Good news! I am teaching a 2-hour pruning workshop, “Pruning for Healthy Plants,” at Allandale Farm this Saturday, April 15th at 9am and again at 11:30am. I will show my tools and tool belt, then delve into the indispensable thought process that should precede any cutting. Just like you have an end goal when you walk into a hair salon, you should have clear goals and reasoning behind any pruning actions. As we all know, a bad hair cut can really ruin your day!

You can register here – hurry up, space is limited!

I’ll be teaching four other classes at Allandale Farm on Saturdays this month and next. To see the full listing, check out the events page on Allandale Farm’s website.

Arborway Tree Care: A Trusted Partner in Business

Contributed by Libby Coley

Being a trusted adviser for our clients means taking the time to vet other colleague companies who provide complementary landscape services. Lucky for us, Arborway Tree Care is one of our trusted partners in business. We recently met up with Bob Kelley, Plant Health Care Manager and ISA Certified Arborist at Arborway, to get the inside scoop on the company: their services, company philosophy, and some tips of the trade!

Arborway Tree Care is a full-service tree company that has served metro Boston for 40 years. Arborway offers many services that complement CD & Co. These include plant health care, health maintenance and structural shade tree pruning, structural cabling and bracing, crane services, lot clearing, storm damage and stump grinding. Many of our clients use Arborway Tree Care for their disease and pest management services.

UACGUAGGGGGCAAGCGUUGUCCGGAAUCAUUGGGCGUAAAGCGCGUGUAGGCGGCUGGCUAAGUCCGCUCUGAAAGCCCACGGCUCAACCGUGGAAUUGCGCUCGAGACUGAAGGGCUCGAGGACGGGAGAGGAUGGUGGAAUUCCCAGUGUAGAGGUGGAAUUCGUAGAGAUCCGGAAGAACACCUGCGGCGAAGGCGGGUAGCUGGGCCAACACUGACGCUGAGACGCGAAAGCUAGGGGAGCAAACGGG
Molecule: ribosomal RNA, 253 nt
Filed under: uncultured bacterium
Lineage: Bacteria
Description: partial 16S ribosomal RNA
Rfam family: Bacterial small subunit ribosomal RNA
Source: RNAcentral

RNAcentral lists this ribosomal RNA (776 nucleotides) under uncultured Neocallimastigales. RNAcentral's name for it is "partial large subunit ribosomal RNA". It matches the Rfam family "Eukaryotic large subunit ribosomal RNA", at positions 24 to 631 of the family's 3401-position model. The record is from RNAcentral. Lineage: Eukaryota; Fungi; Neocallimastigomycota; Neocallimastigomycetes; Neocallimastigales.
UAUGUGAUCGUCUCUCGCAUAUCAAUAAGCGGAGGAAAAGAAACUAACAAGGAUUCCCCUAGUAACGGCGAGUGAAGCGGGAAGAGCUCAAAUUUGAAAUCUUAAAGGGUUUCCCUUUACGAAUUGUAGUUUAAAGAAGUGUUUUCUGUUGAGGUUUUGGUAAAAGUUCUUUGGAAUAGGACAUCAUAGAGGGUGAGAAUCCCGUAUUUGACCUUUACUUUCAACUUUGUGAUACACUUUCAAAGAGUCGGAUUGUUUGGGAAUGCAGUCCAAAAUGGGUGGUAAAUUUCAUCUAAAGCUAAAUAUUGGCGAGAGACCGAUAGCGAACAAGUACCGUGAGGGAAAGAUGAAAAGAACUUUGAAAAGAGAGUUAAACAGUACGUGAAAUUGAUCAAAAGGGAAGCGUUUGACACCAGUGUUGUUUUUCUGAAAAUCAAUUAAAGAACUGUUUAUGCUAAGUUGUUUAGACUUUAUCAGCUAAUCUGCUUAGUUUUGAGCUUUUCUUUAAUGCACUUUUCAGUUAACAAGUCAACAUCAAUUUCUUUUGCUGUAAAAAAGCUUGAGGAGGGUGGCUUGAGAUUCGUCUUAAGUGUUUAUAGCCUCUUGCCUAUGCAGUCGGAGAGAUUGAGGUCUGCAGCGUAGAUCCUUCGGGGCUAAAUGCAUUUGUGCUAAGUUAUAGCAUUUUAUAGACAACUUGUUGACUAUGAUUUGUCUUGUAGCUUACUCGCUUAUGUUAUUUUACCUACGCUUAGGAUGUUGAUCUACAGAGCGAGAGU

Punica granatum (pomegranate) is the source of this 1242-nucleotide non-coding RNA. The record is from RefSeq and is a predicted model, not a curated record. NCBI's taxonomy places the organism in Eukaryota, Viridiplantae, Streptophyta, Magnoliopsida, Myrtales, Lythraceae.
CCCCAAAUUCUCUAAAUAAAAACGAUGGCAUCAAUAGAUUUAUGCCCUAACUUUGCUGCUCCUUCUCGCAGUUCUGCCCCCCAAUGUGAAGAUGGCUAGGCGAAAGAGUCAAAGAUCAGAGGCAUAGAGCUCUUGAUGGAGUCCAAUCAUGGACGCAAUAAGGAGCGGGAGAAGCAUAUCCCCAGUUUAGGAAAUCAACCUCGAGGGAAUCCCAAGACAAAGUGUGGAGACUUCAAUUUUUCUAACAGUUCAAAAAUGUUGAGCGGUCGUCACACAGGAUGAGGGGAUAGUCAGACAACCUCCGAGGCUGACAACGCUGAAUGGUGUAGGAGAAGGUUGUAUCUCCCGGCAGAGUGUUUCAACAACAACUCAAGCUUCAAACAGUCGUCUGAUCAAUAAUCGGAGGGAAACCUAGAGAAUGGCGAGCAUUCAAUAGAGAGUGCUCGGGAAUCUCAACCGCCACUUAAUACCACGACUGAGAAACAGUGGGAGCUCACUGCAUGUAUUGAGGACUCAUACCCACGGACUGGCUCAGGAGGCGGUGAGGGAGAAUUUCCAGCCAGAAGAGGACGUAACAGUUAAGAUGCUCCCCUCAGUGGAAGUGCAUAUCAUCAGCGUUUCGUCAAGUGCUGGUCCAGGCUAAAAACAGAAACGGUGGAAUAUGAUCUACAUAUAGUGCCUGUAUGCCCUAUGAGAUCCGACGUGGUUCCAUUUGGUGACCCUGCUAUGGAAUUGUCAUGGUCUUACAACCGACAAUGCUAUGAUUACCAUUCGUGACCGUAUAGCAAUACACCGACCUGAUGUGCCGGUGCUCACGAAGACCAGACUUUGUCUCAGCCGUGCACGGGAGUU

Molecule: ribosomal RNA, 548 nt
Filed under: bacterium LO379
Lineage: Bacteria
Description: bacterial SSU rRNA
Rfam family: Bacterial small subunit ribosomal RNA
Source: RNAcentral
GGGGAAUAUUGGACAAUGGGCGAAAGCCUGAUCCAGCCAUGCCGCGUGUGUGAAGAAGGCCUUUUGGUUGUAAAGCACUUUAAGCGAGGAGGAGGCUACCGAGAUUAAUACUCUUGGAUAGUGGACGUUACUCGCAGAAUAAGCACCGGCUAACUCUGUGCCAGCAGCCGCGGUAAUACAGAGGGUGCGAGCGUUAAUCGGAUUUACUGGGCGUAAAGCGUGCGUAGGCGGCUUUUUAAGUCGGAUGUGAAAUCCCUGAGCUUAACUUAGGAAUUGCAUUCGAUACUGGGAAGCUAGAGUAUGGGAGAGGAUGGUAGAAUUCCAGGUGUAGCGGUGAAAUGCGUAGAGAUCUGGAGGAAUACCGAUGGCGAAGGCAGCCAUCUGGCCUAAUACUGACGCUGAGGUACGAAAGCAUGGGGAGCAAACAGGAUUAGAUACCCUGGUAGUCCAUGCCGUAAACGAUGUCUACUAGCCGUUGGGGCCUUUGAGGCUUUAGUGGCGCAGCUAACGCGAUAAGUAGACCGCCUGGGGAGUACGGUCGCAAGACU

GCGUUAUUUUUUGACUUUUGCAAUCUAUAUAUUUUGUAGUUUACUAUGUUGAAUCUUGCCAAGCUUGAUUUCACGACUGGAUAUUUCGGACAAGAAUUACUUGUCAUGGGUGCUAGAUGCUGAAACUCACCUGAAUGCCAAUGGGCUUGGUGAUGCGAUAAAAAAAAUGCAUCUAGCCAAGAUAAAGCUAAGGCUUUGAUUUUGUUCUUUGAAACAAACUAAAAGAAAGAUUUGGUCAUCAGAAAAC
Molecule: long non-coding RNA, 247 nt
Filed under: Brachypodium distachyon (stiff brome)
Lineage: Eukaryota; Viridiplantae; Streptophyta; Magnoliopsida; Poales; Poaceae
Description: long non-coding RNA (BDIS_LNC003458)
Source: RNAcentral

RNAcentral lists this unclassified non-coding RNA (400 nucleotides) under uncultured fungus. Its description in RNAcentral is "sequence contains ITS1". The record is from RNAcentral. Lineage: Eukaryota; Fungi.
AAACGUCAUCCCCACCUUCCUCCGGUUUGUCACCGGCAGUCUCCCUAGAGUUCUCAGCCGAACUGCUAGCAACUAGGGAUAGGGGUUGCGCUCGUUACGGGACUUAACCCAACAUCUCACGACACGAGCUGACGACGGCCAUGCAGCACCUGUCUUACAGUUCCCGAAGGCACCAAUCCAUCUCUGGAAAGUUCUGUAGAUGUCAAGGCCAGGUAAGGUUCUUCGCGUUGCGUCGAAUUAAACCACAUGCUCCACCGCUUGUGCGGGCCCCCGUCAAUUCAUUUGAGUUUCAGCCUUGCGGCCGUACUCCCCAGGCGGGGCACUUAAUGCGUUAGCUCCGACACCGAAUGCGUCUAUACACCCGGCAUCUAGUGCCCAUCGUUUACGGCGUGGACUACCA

Bob joined the Arborway team four years ago. As Plant Health Care Manager and ISA Certified Arborist, Bob wears many hats. In any given week, you can find him doing tree work and plant health care in the field, in the office doing paperwork, or meeting clients. Bob shared that one of the best parts of his job is talking with clients about what’s going on with their trees and why. Educating their customers and thoughtful planning are important to Arborway.

We asked Bob what he thinks a property owner should know in terms of tree care:

  • Bob said that adequate water uptake is the most pressing issue these days for trees and plants, especially in light of the last three years of drought. In previous years, Bob stressed the importance of watering perennials and shrubs from July 1st to the end of the growing season (typically around the middle of October) in the absence of normal rainfall, but now he stresses the importance of watering all plants. He also advises homeowners to water large shade trees if they are of high value to the property.
  • Bob stresses safety above everything when it comes to trees. It’s crucial that trees are structurally sound, especially in stressful conditions such as drought and storms which can tip the tree into irrevocable failure.
  • Plant Health Care. Bob points out that monitoring and treating plants for pests and diseases is the best way to keep a landscape healthy.

What are the biggest challenges facing trees in 2017? Bob anticipates a quantifiably larger rate of tree decline and pest/disease problems after three continuous years of drought. Three is a key number here – healthy trees can survive on stored energy for three years, but any additional stress makes them more susceptible to health issues after that point. Bob also highlighted that the gypsy moth and winter moth hatch in early spring and noted that mid-March to July 1st is Arborway’s busiest time of year. During this short period of time, their Plant Health Care crews apply several different applications before buds break and after leaf emergence including pesticides and fungicides.